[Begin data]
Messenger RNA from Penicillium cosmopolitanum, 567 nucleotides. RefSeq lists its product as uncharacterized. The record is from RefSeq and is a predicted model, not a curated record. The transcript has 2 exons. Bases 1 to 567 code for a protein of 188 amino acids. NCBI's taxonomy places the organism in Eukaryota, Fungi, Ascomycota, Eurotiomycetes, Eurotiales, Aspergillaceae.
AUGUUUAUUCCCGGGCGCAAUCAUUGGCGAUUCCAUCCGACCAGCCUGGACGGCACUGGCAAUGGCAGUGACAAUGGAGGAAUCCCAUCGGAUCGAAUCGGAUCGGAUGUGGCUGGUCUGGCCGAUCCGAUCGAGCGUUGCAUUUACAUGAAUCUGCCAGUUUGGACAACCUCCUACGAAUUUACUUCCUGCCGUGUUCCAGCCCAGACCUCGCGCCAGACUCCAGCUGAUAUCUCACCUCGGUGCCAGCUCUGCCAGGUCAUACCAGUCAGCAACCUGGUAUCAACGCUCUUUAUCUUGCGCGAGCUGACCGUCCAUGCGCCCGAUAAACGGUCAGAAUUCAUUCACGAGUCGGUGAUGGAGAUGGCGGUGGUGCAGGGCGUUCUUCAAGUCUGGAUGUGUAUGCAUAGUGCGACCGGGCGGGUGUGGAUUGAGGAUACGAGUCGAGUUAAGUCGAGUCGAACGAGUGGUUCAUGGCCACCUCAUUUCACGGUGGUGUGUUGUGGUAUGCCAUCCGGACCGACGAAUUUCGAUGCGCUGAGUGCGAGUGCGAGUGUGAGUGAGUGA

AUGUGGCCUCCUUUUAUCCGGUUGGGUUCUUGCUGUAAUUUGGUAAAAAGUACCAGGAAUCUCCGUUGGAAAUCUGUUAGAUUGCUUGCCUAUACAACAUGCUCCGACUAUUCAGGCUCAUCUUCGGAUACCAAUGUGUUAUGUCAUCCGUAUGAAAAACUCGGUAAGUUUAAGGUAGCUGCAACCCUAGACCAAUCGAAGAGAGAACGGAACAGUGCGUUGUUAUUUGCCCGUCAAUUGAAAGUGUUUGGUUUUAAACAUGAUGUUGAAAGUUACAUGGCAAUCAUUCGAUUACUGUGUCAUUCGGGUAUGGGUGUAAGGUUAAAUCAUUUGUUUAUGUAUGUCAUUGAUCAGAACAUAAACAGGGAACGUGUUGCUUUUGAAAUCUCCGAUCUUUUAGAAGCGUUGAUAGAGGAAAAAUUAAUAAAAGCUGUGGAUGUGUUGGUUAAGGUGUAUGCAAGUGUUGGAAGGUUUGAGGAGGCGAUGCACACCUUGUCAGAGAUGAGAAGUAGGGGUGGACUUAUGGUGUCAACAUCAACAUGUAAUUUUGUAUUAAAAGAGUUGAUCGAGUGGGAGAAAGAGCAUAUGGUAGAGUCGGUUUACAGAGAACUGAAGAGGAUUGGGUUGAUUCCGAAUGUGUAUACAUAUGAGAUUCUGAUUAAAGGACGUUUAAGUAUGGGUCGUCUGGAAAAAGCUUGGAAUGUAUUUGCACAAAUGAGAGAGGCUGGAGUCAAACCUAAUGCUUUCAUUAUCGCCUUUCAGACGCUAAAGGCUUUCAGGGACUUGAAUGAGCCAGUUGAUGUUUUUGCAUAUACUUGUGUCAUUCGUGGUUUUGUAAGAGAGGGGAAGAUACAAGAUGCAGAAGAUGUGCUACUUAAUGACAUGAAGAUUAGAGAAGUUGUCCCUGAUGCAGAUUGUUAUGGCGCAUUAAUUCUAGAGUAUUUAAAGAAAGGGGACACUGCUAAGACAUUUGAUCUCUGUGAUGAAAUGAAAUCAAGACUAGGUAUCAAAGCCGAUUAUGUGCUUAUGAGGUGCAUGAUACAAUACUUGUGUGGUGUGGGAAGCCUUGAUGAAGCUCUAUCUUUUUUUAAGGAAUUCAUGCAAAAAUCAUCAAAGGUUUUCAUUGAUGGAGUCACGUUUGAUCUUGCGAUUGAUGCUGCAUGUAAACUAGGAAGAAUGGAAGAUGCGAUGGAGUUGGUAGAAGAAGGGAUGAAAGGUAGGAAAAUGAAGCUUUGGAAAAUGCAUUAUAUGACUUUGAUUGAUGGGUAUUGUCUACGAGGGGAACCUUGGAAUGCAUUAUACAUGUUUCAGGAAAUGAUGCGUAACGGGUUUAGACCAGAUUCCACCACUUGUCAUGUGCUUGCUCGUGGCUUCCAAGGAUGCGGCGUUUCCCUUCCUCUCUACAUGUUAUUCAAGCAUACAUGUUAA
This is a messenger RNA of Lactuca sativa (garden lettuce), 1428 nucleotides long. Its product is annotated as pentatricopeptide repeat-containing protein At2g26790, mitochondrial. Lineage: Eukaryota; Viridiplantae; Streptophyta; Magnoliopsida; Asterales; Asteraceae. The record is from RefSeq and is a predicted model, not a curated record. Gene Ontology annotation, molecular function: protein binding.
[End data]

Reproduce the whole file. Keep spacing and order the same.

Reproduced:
Messenger RNA from Penicillium cosmopolitanum, 567 nucleotides. RefSeq lists its product as uncharacterized. The record is from RefSeq and is a predicted model, not a curated record. The transcript has 2 exons. Bases 1 to 567 code for a protein of 188 amino acids. NCBI's taxonomy places the organism in Eukaryota, Fungi, Ascomycota, Eurotiomycetes, Eurotiales, Aspergillaceae.
AUGUUUAUUCCCGGGCGCAAUCAUUGGCGAUUCCAUCCGACCAGCCUGGACGGCACUGGCAAUGGCAGUGACAAUGGAGGAAUCCCAUCGGAUCGAAUCGGAUCGGAUGUGGCUGGUCUGGCCGAUCCGAUCGAGCGUUGCAUUUACAUGAAUCUGCCAGUUUGGACAACCUCCUACGAAUUUACUUCCUGCCGUGUUCCAGCCCAGACCUCGCGCCAGACUCCAGCUGAUAUCUCACCUCGGUGCCAGCUCUGCCAGGUCAUACCAGUCAGCAACCUGGUAUCAACGCUCUUUAUCUUGCGCGAGCUGACCGUCCAUGCGCCCGAUAAACGGUCAGAAUUCAUUCACGAGUCGGUGAUGGAGAUGGCGGUGGUGCAGGGCGUUCUUCAAGUCUGGAUGUGUAUGCAUAGUGCGACCGGGCGGGUGUGGAUUGAGGAUACGAGUCGAGUUAAGUCGAGUCGAACGAGUGGUUCAUGGCCACCUCAUUUCACGGUGGUGUGUUGUGGUAUGCCAUCCGGACCGACGAAUUUCGAUGCGCUGAGUGCGAGUGCGAGUGUGAGUGAGUGA

AUGUGGCCUCCUUUUAUCCGGUUGGGUUCUUGCUGUAAUUUGGUAAAAAGUACCAGGAAUCUCCGUUGGAAAUCUGUUAGAUUGCUUGCCUAUACAACAUGCUCCGACUAUUCAGGCUCAUCUUCGGAUACCAAUGUGUUAUGUCAUCCGUAUGAAAAACUCGGUAAGUUUAAGGUAGCUGCAACCCUAGACCAAUCGAAGAGAGAACGGAACAGUGCGUUGUUAUUUGCCCGUCAAUUGAAAGUGUUUGGUUUUAAACAUGAUGUUGAAAGUUACAUGGCAAUCAUUCGAUUACUGUGUCAUUCGGGUAUGGGUGUAAGGUUAAAUCAUUUGUUUAUGUAUGUCAUUGAUCAGAACAUAAACAGGGAACGUGUUGCUUUUGAAAUCUCCGAUCUUUUAGAAGCGUUGAUAGAGGAAAAAUUAAUAAAAGCUGUGGAUGUGUUGGUUAAGGUGUAUGCAAGUGUUGGAAGGUUUGAGGAGGCGAUGCACACCUUGUCAGAGAUGAGAAGUAGGGGUGGACUUAUGGUGUCAACAUCAACAUGUAAUUUUGUAUUAAAAGAGUUGAUCGAGUGGGAGAAAGAGCAUAUGGUAGAGUCGGUUUACAGAGAACUGAAGAGGAUUGGGUUGAUUCCGAAUGUGUAUACAUAUGAGAUUCUGAUUAAAGGACGUUUAAGUAUGGGUCGUCUGGAAAAAGCUUGGAAUGUAUUUGCACAAAUGAGAGAGGCUGGAGUCAAACCUAAUGCUUUCAUUAUCGCCUUUCAGACGCUAAAGGCUUUCAGGGACUUGAAUGAGCCAGUUGAUGUUUUUGCAUAUACUUGUGUCAUUCGUGGUUUUGUAAGAGAGGGGAAGAUACAAGAUGCAGAAGAUGUGCUACUUAAUGACAUGAAGAUUAGAGAAGUUGUCCCUGAUGCAGAUUGUUAUGGCGCAUUAAUUCUAGAGUAUUUAAAGAAAGGGGACACUGCUAAGACAUUUGAUCUCUGUGAUGAAAUGAAAUCAAGACUAGGUAUCAAAGCCGAUUAUGUGCUUAUGAGGUGCAUGAUACAAUACUUGUGUGGUGUGGGAAGCCUUGAUGAAGCUCUAUCUUUUUUUAAGGAAUUCAUGCAAAAAUCAUCAAAGGUUUUCAUUGAUGGAGUCACGUUUGAUCUUGCGAUUGAUGCUGCAUGUAAACUAGGAAGAAUGGAAGAUGCGAUGGAGUUGGUAGAAGAAGGGAUGAAAGGUAGGAAAAUGAAGCUUUGGAAAAUGCAUUAUAUGACUUUGAUUGAUGGGUAUUGUCUACGAGGGGAACCUUGGAAUGCAUUAUACAUGUUUCAGGAAAUGAUGCGUAACGGGUUUAGACCAGAUUCCACCACUUGUCAUGUGCUUGCUCGUGGCUUCCAAGGAUGCGGCGUUUCCCUUCCUCUCUACAUGUUAUUCAAGCAUACAUGUUAA
This is a messenger RNA of Lactuca sativa (garden lettuce), 1428 nucleotides long. Its product is annotated as pentatricopeptide repeat-containing protein At2g26790, mitochondrial. Lineage: Eukaryota; Viridiplantae; Streptophyta; Magnoliopsida; Asterales; Asteraceae. The record is from RefSeq and is a predicted model, not a curated record. Gene Ontology annotation, molecular function: protein binding.